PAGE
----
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Lawmakers call for changes in approval process for medical devices

Washington, DC - U.S. Senator Amy Klobuchar announced last week that she has sent a bipartisan, bicameral letter to Food and Drug Administration (FDA) Commissioner Margaret Hamburg regarding concerns over the agency's approval process for medical devices.

Every year, medical devices are estimated to contribute $25 billion to the nation's economy, and are responsible for over 420,000 jobs. The United States has always been a leader in medical technology, but today many devices are debuting in Europe months or years before they are on the U.S. market, Klobuchar said. Approval times for medical devices have slowed dramatically, while poor communication and a lack of transparency have complicated the process, she said.

Klobuchar is co-chair of the Congressional Technology Caucus, whose members joined her on the letter, including U.S. Senator Al Franken and U.S. Representative Erik Paulsen.

In the letter, Klobuchar and the Caucus members state: "Today, the United States accounts for 40 percent of the global medical technology market and the industry indirectly creates two million American jobs. Maintaining American leadership in this field is essential for jobs and for patients. Unless we make significant improvements to the predictability and transparency of the regulatory process, we will lose the industry, the jobs that go with it, and the innovation to transform our healthcare system."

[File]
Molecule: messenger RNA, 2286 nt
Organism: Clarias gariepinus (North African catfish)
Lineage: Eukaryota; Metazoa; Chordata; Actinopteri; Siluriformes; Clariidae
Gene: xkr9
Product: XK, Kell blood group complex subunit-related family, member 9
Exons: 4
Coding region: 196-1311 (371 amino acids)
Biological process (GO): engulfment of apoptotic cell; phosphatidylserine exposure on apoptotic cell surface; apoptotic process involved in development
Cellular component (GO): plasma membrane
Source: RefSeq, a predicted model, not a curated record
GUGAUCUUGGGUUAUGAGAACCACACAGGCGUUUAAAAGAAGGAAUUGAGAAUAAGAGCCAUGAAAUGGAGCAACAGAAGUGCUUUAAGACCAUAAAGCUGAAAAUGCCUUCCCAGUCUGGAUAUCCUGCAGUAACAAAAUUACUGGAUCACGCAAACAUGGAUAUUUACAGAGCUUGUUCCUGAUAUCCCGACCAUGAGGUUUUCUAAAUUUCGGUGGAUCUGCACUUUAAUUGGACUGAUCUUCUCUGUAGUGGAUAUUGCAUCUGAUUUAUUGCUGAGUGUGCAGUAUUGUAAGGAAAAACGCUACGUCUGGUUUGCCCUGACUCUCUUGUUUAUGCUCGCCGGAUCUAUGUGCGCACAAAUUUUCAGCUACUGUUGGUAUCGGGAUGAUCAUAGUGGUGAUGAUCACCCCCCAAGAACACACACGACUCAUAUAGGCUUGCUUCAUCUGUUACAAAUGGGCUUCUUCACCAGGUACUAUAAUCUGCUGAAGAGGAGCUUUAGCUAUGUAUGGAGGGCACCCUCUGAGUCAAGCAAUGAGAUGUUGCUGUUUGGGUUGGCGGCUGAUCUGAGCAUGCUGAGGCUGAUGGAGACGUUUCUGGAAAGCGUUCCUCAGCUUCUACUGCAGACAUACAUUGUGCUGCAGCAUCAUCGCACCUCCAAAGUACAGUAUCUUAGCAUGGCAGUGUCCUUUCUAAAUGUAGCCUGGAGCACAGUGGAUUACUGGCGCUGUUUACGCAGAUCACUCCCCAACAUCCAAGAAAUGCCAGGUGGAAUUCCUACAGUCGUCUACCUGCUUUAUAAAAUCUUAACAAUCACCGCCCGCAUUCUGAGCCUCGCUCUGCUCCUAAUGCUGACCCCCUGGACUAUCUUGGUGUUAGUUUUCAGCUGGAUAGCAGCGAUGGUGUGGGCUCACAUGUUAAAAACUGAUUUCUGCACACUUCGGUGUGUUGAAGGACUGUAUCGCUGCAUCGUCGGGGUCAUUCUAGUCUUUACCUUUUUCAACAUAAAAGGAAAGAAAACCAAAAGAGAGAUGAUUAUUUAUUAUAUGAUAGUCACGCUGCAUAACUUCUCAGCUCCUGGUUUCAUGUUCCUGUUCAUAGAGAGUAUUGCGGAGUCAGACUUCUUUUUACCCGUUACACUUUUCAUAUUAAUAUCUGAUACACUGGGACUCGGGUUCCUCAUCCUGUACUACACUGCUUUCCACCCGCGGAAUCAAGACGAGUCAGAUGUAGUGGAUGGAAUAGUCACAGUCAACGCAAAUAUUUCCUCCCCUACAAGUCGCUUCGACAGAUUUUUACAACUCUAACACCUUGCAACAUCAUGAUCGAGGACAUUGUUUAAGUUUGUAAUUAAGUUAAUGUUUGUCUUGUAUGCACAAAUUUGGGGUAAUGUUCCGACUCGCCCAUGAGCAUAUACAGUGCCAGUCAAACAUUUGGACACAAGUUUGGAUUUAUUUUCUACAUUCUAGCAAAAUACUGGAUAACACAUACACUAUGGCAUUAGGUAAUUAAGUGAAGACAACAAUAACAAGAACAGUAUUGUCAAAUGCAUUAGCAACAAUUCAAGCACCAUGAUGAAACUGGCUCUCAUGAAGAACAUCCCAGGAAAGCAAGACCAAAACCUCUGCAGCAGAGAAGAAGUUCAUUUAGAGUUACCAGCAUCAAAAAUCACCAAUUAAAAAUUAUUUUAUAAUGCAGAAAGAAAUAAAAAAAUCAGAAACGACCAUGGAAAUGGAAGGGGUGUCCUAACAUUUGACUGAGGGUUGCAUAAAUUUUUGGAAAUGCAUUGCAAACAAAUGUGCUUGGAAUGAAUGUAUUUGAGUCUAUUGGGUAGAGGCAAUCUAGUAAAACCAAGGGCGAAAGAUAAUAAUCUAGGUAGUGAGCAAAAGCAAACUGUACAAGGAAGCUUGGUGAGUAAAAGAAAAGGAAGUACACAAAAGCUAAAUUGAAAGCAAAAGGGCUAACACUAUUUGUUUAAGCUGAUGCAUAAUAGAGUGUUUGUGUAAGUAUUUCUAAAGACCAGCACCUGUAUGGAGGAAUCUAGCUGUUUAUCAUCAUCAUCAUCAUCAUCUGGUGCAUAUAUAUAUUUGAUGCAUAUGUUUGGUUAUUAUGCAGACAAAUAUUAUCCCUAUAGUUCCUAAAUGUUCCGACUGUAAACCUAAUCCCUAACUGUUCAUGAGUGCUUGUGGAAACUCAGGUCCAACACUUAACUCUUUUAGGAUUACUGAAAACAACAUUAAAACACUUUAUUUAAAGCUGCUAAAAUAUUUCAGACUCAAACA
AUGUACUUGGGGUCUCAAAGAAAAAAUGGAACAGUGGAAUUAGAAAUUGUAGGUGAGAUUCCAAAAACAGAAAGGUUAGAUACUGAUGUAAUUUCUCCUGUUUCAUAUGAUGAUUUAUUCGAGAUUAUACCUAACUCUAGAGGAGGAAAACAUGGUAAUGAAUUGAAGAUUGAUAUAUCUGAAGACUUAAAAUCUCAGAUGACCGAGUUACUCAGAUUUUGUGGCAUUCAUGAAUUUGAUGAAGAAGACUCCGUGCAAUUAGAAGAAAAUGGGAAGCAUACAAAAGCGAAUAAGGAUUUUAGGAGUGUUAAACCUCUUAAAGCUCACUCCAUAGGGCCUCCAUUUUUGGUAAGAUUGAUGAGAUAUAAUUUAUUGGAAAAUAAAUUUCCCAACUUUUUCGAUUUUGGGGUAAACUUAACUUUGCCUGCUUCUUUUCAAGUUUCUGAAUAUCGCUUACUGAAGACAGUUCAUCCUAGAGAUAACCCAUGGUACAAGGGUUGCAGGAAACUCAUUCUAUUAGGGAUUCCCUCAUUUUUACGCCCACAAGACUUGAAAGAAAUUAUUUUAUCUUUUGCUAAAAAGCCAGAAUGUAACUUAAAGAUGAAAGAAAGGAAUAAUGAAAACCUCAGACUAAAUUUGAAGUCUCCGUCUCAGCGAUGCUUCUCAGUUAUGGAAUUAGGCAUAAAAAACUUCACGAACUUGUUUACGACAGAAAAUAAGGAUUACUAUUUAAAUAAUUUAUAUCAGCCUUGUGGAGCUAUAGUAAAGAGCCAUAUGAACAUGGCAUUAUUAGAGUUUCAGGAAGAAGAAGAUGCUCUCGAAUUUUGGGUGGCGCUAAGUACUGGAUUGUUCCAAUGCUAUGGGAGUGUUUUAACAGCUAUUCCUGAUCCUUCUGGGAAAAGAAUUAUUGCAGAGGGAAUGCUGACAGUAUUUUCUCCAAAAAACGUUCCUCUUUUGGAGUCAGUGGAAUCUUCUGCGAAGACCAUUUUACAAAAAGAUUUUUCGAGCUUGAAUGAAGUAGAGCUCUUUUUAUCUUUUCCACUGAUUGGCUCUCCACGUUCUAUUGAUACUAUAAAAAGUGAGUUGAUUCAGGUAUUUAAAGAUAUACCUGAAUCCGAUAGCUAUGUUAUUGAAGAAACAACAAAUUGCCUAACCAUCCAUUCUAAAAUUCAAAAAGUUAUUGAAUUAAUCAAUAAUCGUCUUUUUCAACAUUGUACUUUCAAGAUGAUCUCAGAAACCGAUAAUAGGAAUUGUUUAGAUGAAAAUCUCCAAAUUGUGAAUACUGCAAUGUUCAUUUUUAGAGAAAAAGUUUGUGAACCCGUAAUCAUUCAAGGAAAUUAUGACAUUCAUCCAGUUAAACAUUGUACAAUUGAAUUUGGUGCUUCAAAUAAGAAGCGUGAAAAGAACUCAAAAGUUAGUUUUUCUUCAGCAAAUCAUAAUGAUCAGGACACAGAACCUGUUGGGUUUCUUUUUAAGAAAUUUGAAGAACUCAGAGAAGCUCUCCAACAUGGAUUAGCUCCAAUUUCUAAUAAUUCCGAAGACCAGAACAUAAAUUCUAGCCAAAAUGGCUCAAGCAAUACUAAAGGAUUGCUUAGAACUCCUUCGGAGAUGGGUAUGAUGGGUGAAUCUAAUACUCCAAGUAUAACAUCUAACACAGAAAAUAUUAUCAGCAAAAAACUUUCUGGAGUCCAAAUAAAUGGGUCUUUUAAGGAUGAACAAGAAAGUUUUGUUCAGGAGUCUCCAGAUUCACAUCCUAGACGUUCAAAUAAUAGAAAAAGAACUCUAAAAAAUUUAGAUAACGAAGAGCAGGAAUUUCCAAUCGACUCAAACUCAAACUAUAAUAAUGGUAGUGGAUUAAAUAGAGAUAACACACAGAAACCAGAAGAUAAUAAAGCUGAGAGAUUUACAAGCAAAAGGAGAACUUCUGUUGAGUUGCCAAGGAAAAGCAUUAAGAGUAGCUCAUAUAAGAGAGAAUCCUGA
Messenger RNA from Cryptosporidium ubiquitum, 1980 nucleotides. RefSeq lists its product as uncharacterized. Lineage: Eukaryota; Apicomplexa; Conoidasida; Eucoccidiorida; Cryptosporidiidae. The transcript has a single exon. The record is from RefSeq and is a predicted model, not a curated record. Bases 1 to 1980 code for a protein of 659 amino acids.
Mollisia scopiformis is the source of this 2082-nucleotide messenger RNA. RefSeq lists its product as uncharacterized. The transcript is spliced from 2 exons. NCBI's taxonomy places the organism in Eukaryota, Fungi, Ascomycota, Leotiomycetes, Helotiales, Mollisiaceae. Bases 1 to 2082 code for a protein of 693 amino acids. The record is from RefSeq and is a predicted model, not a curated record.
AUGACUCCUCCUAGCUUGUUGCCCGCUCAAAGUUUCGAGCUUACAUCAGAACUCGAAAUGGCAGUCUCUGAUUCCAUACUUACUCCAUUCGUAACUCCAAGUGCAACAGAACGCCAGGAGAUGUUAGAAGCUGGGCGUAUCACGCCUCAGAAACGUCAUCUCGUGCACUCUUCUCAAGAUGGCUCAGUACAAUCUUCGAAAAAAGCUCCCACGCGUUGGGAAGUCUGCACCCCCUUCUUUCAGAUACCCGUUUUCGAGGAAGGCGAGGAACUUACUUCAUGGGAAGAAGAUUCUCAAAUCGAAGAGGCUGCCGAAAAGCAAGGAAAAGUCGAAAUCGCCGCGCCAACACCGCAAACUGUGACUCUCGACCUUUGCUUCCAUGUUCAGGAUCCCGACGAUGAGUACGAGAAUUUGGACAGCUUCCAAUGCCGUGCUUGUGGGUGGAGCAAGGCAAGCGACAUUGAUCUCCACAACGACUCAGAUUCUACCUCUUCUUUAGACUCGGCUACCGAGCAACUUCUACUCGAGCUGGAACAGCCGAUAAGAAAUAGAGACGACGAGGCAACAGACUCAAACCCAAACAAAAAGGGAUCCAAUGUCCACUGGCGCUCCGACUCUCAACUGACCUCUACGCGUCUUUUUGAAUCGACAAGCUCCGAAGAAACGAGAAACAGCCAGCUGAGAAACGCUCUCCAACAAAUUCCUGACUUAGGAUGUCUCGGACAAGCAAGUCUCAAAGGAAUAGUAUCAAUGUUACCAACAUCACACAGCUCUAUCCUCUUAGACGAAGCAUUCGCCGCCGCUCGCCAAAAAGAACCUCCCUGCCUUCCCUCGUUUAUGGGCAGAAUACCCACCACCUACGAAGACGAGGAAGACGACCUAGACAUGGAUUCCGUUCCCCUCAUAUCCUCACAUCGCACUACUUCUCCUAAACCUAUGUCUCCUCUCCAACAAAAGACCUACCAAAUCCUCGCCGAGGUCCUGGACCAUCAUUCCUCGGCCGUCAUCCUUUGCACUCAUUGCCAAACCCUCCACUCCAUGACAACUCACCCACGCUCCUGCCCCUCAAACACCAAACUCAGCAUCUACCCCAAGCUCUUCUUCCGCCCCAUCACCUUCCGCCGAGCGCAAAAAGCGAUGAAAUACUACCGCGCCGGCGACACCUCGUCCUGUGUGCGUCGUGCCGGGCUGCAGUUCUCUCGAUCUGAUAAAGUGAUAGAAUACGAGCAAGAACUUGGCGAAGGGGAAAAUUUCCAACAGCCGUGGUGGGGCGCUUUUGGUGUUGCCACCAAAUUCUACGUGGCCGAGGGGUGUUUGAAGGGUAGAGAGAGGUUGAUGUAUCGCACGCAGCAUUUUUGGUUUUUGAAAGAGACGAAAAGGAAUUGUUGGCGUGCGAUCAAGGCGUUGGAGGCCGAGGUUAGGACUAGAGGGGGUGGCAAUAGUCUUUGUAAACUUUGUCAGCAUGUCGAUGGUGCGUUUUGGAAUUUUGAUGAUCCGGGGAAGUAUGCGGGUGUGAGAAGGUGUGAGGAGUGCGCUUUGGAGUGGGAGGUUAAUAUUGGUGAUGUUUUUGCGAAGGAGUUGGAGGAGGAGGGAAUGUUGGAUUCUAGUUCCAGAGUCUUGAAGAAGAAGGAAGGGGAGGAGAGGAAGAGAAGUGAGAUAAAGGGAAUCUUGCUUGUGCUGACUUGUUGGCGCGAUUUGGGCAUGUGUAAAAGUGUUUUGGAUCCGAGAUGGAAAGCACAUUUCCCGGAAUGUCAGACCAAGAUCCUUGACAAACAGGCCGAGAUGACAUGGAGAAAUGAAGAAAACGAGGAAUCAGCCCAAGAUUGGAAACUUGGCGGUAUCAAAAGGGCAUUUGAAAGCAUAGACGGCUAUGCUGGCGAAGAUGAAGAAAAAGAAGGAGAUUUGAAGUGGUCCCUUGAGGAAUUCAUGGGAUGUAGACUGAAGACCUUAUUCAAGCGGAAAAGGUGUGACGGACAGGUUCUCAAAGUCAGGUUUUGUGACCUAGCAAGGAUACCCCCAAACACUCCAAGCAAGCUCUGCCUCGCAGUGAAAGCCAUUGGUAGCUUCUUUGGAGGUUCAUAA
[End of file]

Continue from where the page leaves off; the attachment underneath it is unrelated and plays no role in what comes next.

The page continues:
In the letter, the Klobuchar and the Caucus call for several changes to the FDA approval process, including:

· Recognizing and correcting the disparity between "FDA time" versus real time when tracking device approvals

· Considering potential benefits of harmonization with international testing standards

· Addressing the unintended consequences of the conflict of interest rules for advisory panels

· Creating a transparent tracking and review system for applications and clearance decisions

Problems at the FDA were included in a report from the President's Job Council, which stated: "Today, however, our medical innovation ecosystem is in jeopardy. Investment in the life sciences area is declining at an alarming rate because of the escalating cost, time and risk of developing new drugs and devices. While many factors have contributed to this decline - including challenges around reimbursement and the general state of the economy - an important factor is the uncertain FDA regulatory environment. These concerns come at a time when Europe, China, and India continue to entice companies to take their medical research and development enterprises abroad, putting at risk our ability to keep private investment and jobs here at home."